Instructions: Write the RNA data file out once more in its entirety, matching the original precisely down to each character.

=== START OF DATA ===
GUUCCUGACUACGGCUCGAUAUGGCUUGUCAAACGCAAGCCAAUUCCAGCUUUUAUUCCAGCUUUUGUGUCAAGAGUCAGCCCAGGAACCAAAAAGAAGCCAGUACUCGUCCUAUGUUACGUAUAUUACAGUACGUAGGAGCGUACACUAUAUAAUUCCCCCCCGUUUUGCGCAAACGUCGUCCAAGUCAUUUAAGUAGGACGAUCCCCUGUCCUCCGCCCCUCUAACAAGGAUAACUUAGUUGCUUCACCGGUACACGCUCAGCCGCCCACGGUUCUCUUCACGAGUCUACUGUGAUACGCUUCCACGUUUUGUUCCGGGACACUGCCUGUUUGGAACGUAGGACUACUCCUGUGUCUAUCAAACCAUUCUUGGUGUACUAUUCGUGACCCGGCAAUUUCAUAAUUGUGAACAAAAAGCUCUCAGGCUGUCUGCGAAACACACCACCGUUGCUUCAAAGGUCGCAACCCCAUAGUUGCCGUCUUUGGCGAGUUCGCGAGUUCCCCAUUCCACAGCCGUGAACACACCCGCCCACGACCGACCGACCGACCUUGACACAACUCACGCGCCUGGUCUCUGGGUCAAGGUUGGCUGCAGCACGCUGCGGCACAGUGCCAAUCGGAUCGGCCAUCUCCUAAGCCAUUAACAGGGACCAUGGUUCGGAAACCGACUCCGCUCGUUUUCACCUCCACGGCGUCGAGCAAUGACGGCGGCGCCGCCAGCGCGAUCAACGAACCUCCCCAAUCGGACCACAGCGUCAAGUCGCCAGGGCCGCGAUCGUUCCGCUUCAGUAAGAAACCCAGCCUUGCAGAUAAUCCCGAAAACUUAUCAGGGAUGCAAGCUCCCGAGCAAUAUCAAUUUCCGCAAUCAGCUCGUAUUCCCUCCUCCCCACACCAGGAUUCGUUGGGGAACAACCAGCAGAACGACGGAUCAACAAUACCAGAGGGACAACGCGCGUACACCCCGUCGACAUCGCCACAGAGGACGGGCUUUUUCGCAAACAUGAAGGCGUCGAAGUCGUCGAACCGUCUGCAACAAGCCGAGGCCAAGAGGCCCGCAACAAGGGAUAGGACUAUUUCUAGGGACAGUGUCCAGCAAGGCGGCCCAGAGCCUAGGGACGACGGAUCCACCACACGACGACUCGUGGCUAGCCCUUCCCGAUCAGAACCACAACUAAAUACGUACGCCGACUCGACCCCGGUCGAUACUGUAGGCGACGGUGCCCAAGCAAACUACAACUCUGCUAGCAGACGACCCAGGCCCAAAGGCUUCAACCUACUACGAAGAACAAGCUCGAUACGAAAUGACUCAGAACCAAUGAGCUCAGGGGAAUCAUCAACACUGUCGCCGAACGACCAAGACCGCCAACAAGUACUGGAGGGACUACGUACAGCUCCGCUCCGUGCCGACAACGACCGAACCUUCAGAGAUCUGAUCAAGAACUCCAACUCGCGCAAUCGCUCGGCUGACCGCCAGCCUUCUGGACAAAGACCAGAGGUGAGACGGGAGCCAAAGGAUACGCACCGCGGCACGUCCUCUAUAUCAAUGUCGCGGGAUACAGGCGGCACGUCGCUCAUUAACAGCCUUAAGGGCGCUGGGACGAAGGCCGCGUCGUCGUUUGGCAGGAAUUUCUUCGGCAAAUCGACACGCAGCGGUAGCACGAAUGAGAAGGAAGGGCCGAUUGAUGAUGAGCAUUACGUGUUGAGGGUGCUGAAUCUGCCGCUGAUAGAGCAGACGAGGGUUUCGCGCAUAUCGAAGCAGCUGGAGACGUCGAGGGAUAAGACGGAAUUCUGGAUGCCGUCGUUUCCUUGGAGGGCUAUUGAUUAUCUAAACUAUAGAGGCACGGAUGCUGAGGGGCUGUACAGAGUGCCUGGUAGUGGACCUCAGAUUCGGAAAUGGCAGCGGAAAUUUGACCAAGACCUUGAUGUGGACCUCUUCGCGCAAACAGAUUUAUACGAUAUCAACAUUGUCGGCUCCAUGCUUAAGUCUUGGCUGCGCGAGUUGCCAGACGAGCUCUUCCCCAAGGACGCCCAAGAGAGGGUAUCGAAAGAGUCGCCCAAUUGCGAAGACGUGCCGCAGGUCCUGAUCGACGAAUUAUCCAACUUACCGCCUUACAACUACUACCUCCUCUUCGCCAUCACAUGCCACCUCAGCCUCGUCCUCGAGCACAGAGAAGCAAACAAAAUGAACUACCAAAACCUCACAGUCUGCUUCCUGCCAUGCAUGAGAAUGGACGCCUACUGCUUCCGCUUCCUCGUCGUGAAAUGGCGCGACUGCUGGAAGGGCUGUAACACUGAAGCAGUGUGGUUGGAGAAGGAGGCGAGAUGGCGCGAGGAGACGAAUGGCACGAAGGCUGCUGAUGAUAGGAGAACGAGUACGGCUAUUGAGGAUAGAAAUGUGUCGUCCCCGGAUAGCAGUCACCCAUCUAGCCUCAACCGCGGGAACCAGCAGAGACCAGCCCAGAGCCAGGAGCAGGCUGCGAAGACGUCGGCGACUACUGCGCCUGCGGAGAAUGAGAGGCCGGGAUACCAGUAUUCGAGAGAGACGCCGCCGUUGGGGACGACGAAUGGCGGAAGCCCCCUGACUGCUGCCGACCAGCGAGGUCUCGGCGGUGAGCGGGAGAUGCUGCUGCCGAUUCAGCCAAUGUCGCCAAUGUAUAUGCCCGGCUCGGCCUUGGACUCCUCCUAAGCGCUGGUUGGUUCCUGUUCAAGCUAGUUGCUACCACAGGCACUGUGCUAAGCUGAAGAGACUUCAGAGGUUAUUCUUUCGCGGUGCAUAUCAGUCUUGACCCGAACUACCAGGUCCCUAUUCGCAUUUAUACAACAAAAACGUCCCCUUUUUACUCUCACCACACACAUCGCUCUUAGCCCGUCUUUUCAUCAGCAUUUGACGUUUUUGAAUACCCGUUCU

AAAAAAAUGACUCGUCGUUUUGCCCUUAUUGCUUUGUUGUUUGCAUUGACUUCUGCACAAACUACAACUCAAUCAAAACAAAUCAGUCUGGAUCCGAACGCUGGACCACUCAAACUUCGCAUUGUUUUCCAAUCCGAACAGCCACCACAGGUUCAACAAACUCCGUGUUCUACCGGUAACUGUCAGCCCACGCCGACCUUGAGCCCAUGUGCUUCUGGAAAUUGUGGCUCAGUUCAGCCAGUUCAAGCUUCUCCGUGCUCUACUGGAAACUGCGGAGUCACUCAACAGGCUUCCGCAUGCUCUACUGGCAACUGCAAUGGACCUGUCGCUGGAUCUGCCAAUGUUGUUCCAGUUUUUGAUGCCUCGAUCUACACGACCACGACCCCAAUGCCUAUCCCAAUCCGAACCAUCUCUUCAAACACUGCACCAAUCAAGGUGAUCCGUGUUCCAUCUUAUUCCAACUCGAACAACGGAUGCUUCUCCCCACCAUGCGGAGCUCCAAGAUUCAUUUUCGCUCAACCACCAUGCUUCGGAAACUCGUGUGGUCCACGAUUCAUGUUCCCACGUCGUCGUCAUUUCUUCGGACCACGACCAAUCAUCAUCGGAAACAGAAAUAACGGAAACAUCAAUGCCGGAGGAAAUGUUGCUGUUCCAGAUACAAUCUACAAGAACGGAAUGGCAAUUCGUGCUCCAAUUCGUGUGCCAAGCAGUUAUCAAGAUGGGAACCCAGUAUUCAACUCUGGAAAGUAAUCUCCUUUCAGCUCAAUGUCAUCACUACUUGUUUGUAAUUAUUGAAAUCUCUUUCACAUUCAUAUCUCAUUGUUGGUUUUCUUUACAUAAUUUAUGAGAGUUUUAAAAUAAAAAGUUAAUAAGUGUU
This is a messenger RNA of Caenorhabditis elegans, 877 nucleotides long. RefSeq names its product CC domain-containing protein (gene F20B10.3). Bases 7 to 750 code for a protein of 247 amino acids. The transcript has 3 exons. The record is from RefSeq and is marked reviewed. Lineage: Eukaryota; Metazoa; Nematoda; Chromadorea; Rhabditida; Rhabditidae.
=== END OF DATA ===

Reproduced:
GUUCCUGACUACGGCUCGAUAUGGCUUGUCAAACGCAAGCCAAUUCCAGCUUUUAUUCCAGCUUUUGUGUCAAGAGUCAGCCCAGGAACCAAAAAGAAGCCAGUACUCGUCCUAUGUUACGUAUAUUACAGUACGUAGGAGCGUACACUAUAUAAUUCCCCCCCGUUUUGCGCAAACGUCGUCCAAGUCAUUUAAGUAGGACGAUCCCCUGUCCUCCGCCCCUCUAACAAGGAUAACUUAGUUGCUUCACCGGUACACGCUCAGCCGCCCACGGUUCUCUUCACGAGUCUACUGUGAUACGCUUCCACGUUUUGUUCCGGGACACUGCCUGUUUGGAACGUAGGACUACUCCUGUGUCUAUCAAACCAUUCUUGGUGUACUAUUCGUGACCCGGCAAUUUCAUAAUUGUGAACAAAAAGCUCUCAGGCUGUCUGCGAAACACACCACCGUUGCUUCAAAGGUCGCAACCCCAUAGUUGCCGUCUUUGGCGAGUUCGCGAGUUCCCCAUUCCACAGCCGUGAACACACCCGCCCACGACCGACCGACCGACCUUGACACAACUCACGCGCCUGGUCUCUGGGUCAAGGUUGGCUGCAGCACGCUGCGGCACAGUGCCAAUCGGAUCGGCCAUCUCCUAAGCCAUUAACAGGGACCAUGGUUCGGAAACCGACUCCGCUCGUUUUCACCUCCACGGCGUCGAGCAAUGACGGCGGCGCCGCCAGCGCGAUCAACGAACCUCCCCAAUCGGACCACAGCGUCAAGUCGCCAGGGCCGCGAUCGUUCCGCUUCAGUAAGAAACCCAGCCUUGCAGAUAAUCCCGAAAACUUAUCAGGGAUGCAAGCUCCCGAGCAAUAUCAAUUUCCGCAAUCAGCUCGUAUUCCCUCCUCCCCACACCAGGAUUCGUUGGGGAACAACCAGCAGAACGACGGAUCAACAAUACCAGAGGGACAACGCGCGUACACCCCGUCGACAUCGCCACAGAGGACGGGCUUUUUCGCAAACAUGAAGGCGUCGAAGUCGUCGAACCGUCUGCAACAAGCCGAGGCCAAGAGGCCCGCAACAAGGGAUAGGACUAUUUCUAGGGACAGUGUCCAGCAAGGCGGCCCAGAGCCUAGGGACGACGGAUCCACCACACGACGACUCGUGGCUAGCCCUUCCCGAUCAGAACCACAACUAAAUACGUACGCCGACUCGACCCCGGUCGAUACUGUAGGCGACGGUGCCCAAGCAAACUACAACUCUGCUAGCAGACGACCCAGGCCCAAAGGCUUCAACCUACUACGAAGAACAAGCUCGAUACGAAAUGACUCAGAACCAAUGAGCUCAGGGGAAUCAUCAACACUGUCGCCGAACGACCAAGACCGCCAACAAGUACUGGAGGGACUACGUACAGCUCCGCUCCGUGCCGACAACGACCGAACCUUCAGAGAUCUGAUCAAGAACUCCAACUCGCGCAAUCGCUCGGCUGACCGCCAGCCUUCUGGACAAAGACCAGAGGUGAGACGGGAGCCAAAGGAUACGCACCGCGGCACGUCCUCUAUAUCAAUGUCGCGGGAUACAGGCGGCACGUCGCUCAUUAACAGCCUUAAGGGCGCUGGGACGAAGGCCGCGUCGUCGUUUGGCAGGAAUUUCUUCGGCAAAUCGACACGCAGCGGUAGCACGAAUGAGAAGGAAGGGCCGAUUGAUGAUGAGCAUUACGUGUUGAGGGUGCUGAAUCUGCCGCUGAUAGAGCAGACGAGGGUUUCGCGCAUAUCGAAGCAGCUGGAGACGUCGAGGGAUAAGACGGAAUUCUGGAUGCCGUCGUUUCCUUGGAGGGCUAUUGAUUAUCUAAACUAUAGAGGCACGGAUGCUGAGGGGCUGUACAGAGUGCCUGGUAGUGGACCUCAGAUUCGGAAAUGGCAGCGGAAAUUUGACCAAGACCUUGAUGUGGACCUCUUCGCGCAAACAGAUUUAUACGAUAUCAACAUUGUCGGCUCCAUGCUUAAGUCUUGGCUGCGCGAGUUGCCAGACGAGCUCUUCCCCAAGGACGCCCAAGAGAGGGUAUCGAAAGAGUCGCCCAAUUGCGAAGACGUGCCGCAGGUCCUGAUCGACGAAUUAUCCAACUUACCGCCUUACAACUACUACCUCCUCUUCGCCAUCACAUGCCACCUCAGCCUCGUCCUCGAGCACAGAGAAGCAAACAAAAUGAACUACCAAAACCUCACAGUCUGCUUCCUGCCAUGCAUGAGAAUGGACGCCUACUGCUUCCGCUUCCUCGUCGUGAAAUGGCGCGACUGCUGGAAGGGCUGUAACACUGAAGCAGUGUGGUUGGAGAAGGAGGCGAGAUGGCGCGAGGAGACGAAUGGCACGAAGGCUGCUGAUGAUAGGAGAACGAGUACGGCUAUUGAGGAUAGAAAUGUGUCGUCCCCGGAUAGCAGUCACCCAUCUAGCCUCAACCGCGGGAACCAGCAGAGACCAGCCCAGAGCCAGGAGCAGGCUGCGAAGACGUCGGCGACUACUGCGCCUGCGGAGAAUGAGAGGCCGGGAUACCAGUAUUCGAGAGAGACGCCGCCGUUGGGGACGACGAAUGGCGGAAGCCCCCUGACUGCUGCCGACCAGCGAGGUCUCGGCGGUGAGCGGGAGAUGCUGCUGCCGAUUCAGCCAAUGUCGCCAAUGUAUAUGCCCGGCUCGGCCUUGGACUCCUCCUAAGCGCUGGUUGGUUCCUGUUCAAGCUAGUUGCUACCACAGGCACUGUGCUAAGCUGAAGAGACUUCAGAGGUUAUUCUUUCGCGGUGCAUAUCAGUCUUGACCCGAACUACCAGGUCCCUAUUCGCAUUUAUACAACAAAAACGUCCCCUUUUUACUCUCACCACACACAUCGCUCUUAGCCCGUCUUUUCAUCAGCAUUUGACGUUUUUGAAUACCCGUUCU

AAAAAAAUGACUCGUCGUUUUGCCCUUAUUGCUUUGUUGUUUGCAUUGACUUCUGCACAAACUACAACUCAAUCAAAACAAAUCAGUCUGGAUCCGAACGCUGGACCACUCAAACUUCGCAUUGUUUUCCAAUCCGAACAGCCACCACAGGUUCAACAAACUCCGUGUUCUACCGGUAACUGUCAGCCCACGCCGACCUUGAGCCCAUGUGCUUCUGGAAAUUGUGGCUCAGUUCAGCCAGUUCAAGCUUCUCCGUGCUCUACUGGAAACUGCGGAGUCACUCAACAGGCUUCCGCAUGCUCUACUGGCAACUGCAAUGGACCUGUCGCUGGAUCUGCCAAUGUUGUUCCAGUUUUUGAUGCCUCGAUCUACACGACCACGACCCCAAUGCCUAUCCCAAUCCGAACCAUCUCUUCAAACACUGCACCAAUCAAGGUGAUCCGUGUUCCAUCUUAUUCCAACUCGAACAACGGAUGCUUCUCCCCACCAUGCGGAGCUCCAAGAUUCAUUUUCGCUCAACCACCAUGCUUCGGAAACUCGUGUGGUCCACGAUUCAUGUUCCCACGUCGUCGUCAUUUCUUCGGACCACGACCAAUCAUCAUCGGAAACAGAAAUAACGGAAACAUCAAUGCCGGAGGAAAUGUUGCUGUUCCAGAUACAAUCUACAAGAACGGAAUGGCAAUUCGUGCUCCAAUUCGUGUGCCAAGCAGUUAUCAAGAUGGGAACCCAGUAUUCAACUCUGGAAAGUAAUCUCCUUUCAGCUCAAUGUCAUCACUACUUGUUUGUAAUUAUUGAAAUCUCUUUCACAUUCAUAUCUCAUUGUUGGUUUUCUUUACAUAAUUUAUGAGAGUUUUAAAAUAAAAAGUUAAUAAGUGUU
This is a messenger RNA of Caenorhabditis elegans, 877 nucleotides long. RefSeq names its product CC domain-containing protein (gene F20B10.3). Bases 7 to 750 code for a protein of 247 amino acids. The transcript has 3 exons. The record is from RefSeq and is marked reviewed. Lineage: Eukaryota; Metazoa; Nematoda; Chromadorea; Rhabditida; Rhabditidae.